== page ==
February 23, 2009

Microsoft Asks for "Overpaid" Severance Back

Red-Faced Executives
Ask for "Overpaid" Money Back
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"Inadvertent Administrative Error"
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Annoying Paper-Clip Blamed

by HARRIS SCHWED
Financial Rant

REDMOND, Wash. -- Microsoft Corp. said Monday it accidentally paid some of the 1,400 workers it laid off on Jan. 22 too much in severance pay, leading to the company writing its former employees and asking for the money back.

According to the Seattle Post-Intelligencer, the company told employees that "an inadvertent administrative error occurred that resulted in an overpayment in severance pay by Microsoft. We ask that you repay the overpayment and sincerely apologize for any inconvenience to you." The former employees have two weeks to come up with the money.

Private company sources have disclosed to the Financial Rant that "Clippy," the annoying paper-clip much reviled and which still lurks within older versions of Microsoft software, was to blame for the mishap. A transcript of how the error took place was revealed on security footage obtained from the firm's human resources department.

HR WORKER: Let's see ... open layoff letters ... here we go. Dear John ...
PAPER CLIP: IT LOOKS LIKE YOU'RE WRITING A LETTER!
HR WORKER: Yes! NO! Goddammit!
PAPER CLIP: Would you like ....?
HR WORKER: NO! Go away!
PAPER CLIP: Amounts adjusted!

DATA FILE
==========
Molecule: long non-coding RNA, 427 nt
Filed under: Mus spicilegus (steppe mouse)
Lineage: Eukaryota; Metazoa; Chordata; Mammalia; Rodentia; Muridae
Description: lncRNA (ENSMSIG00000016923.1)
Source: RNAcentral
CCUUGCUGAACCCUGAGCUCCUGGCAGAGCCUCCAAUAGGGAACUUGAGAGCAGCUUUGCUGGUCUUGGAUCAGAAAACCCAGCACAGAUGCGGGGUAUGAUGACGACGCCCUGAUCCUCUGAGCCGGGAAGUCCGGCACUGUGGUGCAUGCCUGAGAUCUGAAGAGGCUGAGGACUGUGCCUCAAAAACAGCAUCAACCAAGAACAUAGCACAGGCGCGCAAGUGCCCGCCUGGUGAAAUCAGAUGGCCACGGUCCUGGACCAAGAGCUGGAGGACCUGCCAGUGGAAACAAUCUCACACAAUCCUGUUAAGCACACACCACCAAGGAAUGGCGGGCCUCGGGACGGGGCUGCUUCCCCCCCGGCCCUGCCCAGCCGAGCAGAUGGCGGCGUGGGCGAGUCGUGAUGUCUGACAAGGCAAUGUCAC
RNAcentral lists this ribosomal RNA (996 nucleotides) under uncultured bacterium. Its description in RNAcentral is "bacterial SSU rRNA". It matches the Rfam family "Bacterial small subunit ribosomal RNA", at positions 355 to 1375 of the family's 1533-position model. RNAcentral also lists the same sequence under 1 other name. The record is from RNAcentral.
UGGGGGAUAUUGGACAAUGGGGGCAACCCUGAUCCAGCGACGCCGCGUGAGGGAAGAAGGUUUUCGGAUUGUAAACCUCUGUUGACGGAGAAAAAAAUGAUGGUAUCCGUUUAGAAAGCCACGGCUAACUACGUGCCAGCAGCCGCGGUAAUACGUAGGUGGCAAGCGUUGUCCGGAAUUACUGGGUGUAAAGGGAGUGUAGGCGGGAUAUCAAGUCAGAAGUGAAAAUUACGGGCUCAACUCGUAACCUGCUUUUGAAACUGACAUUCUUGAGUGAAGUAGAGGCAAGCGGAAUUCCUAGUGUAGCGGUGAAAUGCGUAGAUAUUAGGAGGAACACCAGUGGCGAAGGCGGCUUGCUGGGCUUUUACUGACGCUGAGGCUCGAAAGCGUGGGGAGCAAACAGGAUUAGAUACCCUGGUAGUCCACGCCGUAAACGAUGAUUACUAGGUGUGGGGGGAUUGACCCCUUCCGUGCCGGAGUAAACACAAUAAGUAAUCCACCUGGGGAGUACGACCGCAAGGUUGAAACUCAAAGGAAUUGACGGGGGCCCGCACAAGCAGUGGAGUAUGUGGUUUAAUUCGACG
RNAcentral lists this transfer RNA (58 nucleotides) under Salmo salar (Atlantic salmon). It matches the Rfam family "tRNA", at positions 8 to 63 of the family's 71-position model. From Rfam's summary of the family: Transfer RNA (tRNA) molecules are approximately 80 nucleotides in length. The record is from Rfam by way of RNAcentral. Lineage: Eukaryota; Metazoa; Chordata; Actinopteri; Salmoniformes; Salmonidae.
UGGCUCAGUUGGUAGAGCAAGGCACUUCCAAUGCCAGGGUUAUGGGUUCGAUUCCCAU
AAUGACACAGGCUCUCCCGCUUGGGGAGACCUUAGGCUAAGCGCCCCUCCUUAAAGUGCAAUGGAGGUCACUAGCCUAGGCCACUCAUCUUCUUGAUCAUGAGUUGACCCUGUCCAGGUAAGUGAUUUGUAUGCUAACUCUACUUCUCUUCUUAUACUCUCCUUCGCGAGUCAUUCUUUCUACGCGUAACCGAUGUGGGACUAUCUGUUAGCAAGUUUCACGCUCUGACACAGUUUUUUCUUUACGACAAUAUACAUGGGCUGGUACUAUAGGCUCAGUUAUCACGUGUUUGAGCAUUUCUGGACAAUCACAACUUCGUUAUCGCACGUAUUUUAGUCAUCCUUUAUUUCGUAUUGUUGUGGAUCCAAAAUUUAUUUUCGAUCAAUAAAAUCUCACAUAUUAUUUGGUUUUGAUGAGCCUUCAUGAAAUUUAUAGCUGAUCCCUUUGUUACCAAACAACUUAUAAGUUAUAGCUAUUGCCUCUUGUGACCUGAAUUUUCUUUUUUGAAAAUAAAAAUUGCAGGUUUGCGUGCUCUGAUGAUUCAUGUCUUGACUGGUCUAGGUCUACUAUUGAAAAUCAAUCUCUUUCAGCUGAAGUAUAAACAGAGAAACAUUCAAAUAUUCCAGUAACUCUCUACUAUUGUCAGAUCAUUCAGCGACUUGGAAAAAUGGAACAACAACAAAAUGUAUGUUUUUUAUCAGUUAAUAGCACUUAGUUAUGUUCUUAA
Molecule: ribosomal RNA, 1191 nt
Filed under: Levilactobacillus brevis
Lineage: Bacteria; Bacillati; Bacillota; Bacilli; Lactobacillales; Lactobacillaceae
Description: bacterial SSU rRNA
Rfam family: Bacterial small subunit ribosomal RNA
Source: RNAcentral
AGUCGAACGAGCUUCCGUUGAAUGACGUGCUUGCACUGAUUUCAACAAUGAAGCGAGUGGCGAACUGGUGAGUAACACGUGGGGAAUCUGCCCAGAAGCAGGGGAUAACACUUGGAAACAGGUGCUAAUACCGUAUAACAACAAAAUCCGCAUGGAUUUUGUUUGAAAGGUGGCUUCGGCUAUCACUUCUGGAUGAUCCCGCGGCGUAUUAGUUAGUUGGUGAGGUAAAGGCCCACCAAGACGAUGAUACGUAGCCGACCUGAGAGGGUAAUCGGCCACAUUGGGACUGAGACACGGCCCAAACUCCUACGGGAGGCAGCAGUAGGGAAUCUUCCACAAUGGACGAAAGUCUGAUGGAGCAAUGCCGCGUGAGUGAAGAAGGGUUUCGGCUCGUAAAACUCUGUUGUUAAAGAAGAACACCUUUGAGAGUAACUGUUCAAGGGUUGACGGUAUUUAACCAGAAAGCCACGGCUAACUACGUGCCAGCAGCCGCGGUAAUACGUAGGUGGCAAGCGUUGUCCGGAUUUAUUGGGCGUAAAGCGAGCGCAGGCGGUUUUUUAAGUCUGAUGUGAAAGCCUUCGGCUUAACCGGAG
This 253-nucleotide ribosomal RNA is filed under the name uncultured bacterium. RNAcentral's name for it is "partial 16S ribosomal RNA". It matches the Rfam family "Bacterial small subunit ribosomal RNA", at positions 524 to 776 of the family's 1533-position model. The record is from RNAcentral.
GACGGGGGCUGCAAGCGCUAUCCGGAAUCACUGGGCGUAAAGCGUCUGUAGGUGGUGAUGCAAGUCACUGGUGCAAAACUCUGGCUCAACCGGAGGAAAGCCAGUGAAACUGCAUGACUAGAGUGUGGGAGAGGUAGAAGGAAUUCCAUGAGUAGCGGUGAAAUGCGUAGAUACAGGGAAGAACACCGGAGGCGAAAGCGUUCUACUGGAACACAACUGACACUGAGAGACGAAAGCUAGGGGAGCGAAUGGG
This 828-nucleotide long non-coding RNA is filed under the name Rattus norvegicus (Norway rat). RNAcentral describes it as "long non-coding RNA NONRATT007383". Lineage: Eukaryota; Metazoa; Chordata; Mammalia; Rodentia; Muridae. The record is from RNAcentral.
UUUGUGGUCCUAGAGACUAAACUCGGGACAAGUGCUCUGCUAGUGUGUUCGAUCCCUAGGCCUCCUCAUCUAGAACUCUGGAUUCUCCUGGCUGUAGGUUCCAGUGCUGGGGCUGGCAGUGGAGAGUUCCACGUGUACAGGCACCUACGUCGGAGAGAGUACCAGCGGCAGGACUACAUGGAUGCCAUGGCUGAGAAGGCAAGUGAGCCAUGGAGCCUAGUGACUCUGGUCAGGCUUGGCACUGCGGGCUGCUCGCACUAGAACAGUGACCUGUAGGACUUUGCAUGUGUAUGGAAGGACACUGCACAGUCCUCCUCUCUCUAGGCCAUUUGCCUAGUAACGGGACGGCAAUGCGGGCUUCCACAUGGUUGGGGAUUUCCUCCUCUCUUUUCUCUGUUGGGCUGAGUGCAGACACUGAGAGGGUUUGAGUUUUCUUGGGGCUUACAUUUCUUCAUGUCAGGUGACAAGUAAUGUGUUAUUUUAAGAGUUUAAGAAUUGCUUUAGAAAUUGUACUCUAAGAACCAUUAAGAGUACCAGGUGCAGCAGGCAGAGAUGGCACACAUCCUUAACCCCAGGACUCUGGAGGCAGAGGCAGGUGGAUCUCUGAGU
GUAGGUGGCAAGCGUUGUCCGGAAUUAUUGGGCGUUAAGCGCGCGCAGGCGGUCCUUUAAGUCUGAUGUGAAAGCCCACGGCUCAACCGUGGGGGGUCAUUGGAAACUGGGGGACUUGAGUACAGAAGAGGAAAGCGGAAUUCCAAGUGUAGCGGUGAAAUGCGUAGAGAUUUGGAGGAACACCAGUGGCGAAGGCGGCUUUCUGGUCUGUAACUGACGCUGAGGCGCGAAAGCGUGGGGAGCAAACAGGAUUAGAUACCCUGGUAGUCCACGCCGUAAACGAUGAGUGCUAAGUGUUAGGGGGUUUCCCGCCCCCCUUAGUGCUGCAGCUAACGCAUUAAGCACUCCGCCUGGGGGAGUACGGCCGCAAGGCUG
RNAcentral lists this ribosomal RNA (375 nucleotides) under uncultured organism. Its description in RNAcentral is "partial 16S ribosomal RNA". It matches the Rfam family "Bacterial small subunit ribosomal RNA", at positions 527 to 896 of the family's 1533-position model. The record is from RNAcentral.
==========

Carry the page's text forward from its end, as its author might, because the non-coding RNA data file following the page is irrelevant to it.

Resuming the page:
HR WORKER: NO! NO NO NO!
PAPER CLIP: Letters printing!
HR WORKER: I'm going to rip out your pancreas and deep fry it!

Company officials said privately the unnamed HR worker, who was later seen being taken to a local hospital after complaining of chest pain, had been using the older software due to mishaps with Vista's help software, which is advertised as an online chat tool but secretly involves users interfacing with a 9000 series algorithmic computer.

It is unknown whether Microsoft's former workers will actually repay the money. Although not repaying it could lead to theft charges or a civil lawsuit, some observers have pointed out the legal and public-relations costs with pursuing their former workers would outweigh any cost-recovery benefits. Also, although the exact breakdown of the workforce isn't known, some could be software workers -- which could lead to wholly different issues.

"It was a strange layoff, and for more than one reason," said former Microsoft employee Hank Garside. "I got my standard 60 days severance and added pay based on my time of service, but Jack over in programming ended up with half a million dollars. The company checked it out and said everything was all right. I wish I had been in programming."

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